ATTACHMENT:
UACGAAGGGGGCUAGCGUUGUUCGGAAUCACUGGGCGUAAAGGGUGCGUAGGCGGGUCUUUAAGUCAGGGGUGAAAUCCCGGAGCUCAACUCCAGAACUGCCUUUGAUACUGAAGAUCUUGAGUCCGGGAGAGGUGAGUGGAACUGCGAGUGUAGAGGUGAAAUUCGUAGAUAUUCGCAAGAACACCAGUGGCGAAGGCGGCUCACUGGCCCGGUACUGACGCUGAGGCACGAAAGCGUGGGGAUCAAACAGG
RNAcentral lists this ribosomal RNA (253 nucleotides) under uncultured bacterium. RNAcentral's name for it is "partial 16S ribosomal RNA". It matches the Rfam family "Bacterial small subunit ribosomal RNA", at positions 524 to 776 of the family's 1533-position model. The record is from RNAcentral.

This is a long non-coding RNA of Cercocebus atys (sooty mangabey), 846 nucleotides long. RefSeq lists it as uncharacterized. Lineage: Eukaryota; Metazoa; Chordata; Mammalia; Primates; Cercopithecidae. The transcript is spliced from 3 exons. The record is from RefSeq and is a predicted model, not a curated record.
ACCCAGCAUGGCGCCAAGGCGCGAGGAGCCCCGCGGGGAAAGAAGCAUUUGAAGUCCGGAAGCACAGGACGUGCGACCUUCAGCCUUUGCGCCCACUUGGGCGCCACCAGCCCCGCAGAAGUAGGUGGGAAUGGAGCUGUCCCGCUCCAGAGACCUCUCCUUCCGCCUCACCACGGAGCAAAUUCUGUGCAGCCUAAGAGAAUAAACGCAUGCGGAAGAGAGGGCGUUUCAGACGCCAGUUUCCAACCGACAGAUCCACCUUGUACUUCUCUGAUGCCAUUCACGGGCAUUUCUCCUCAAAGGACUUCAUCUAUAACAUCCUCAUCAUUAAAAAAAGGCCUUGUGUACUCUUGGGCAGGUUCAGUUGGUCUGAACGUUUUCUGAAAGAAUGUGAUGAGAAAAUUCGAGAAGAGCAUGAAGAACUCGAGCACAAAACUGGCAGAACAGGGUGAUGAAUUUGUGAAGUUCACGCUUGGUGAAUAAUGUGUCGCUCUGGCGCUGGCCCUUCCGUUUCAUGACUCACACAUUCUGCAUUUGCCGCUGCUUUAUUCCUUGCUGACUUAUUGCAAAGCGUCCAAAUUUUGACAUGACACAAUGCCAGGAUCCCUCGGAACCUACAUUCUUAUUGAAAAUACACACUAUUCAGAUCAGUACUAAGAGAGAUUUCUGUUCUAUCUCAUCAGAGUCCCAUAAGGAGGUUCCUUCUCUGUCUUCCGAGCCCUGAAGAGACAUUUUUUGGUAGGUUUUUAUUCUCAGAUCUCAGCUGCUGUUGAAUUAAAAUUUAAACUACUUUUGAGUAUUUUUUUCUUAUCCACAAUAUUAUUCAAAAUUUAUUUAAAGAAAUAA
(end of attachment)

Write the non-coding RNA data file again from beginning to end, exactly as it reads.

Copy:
UACGAAGGGGGCUAGCGUUGUUCGGAAUCACUGGGCGUAAAGGGUGCGUAGGCGGGUCUUUAAGUCAGGGGUGAAAUCCCGGAGCUCAACUCCAGAACUGCCUUUGAUACUGAAGAUCUUGAGUCCGGGAGAGGUGAGUGGAACUGCGAGUGUAGAGGUGAAAUUCGUAGAUAUUCGCAAGAACACCAGUGGCGAAGGCGGCUCACUGGCCCGGUACUGACGCUGAGGCACGAAAGCGUGGGGAUCAAACAGG
RNAcentral lists this ribosomal RNA (253 nucleotides) under uncultured bacterium. RNAcentral's name for it is "partial 16S ribosomal RNA". It matches the Rfam family "Bacterial small subunit ribosomal RNA", at positions 524 to 776 of the family's 1533-position model. The record is from RNAcentral.

This is a long non-coding RNA of Cercocebus atys (sooty mangabey), 846 nucleotides long. RefSeq lists it as uncharacterized. Lineage: Eukaryota; Metazoa; Chordata; Mammalia; Primates; Cercopithecidae. The transcript is spliced from 3 exons. The record is from RefSeq and is a predicted model, not a curated record.
ACCCAGCAUGGCGCCAAGGCGCGAGGAGCCCCGCGGGGAAAGAAGCAUUUGAAGUCCGGAAGCACAGGACGUGCGACCUUCAGCCUUUGCGCCCACUUGGGCGCCACCAGCCCCGCAGAAGUAGGUGGGAAUGGAGCUGUCCCGCUCCAGAGACCUCUCCUUCCGCCUCACCACGGAGCAAAUUCUGUGCAGCCUAAGAGAAUAAACGCAUGCGGAAGAGAGGGCGUUUCAGACGCCAGUUUCCAACCGACAGAUCCACCUUGUACUUCUCUGAUGCCAUUCACGGGCAUUUCUCCUCAAAGGACUUCAUCUAUAACAUCCUCAUCAUUAAAAAAAGGCCUUGUGUACUCUUGGGCAGGUUCAGUUGGUCUGAACGUUUUCUGAAAGAAUGUGAUGAGAAAAUUCGAGAAGAGCAUGAAGAACUCGAGCACAAAACUGGCAGAACAGGGUGAUGAAUUUGUGAAGUUCACGCUUGGUGAAUAAUGUGUCGCUCUGGCGCUGGCCCUUCCGUUUCAUGACUCACACAUUCUGCAUUUGCCGCUGCUUUAUUCCUUGCUGACUUAUUGCAAAGCGUCCAAAUUUUGACAUGACACAAUGCCAGGAUCCCUCGGAACCUACAUUCUUAUUGAAAAUACACACUAUUCAGAUCAGUACUAAGAGAGAUUUCUGUUCUAUCUCAUCAGAGUCCCAUAAGGAGGUUCCUUCUCUGUCUUCCGAGCCCUGAAGAGACAUUUUUUGGUAGGUUUUUAUUCUCAGAUCUCAGCUGCUGUUGAAUUAAAAUUUAAACUACUUUUGAGUAUUUUUUUCUUAUCCACAAUAUUAUUCAAAAUUUAUUUAAAGAAAUAA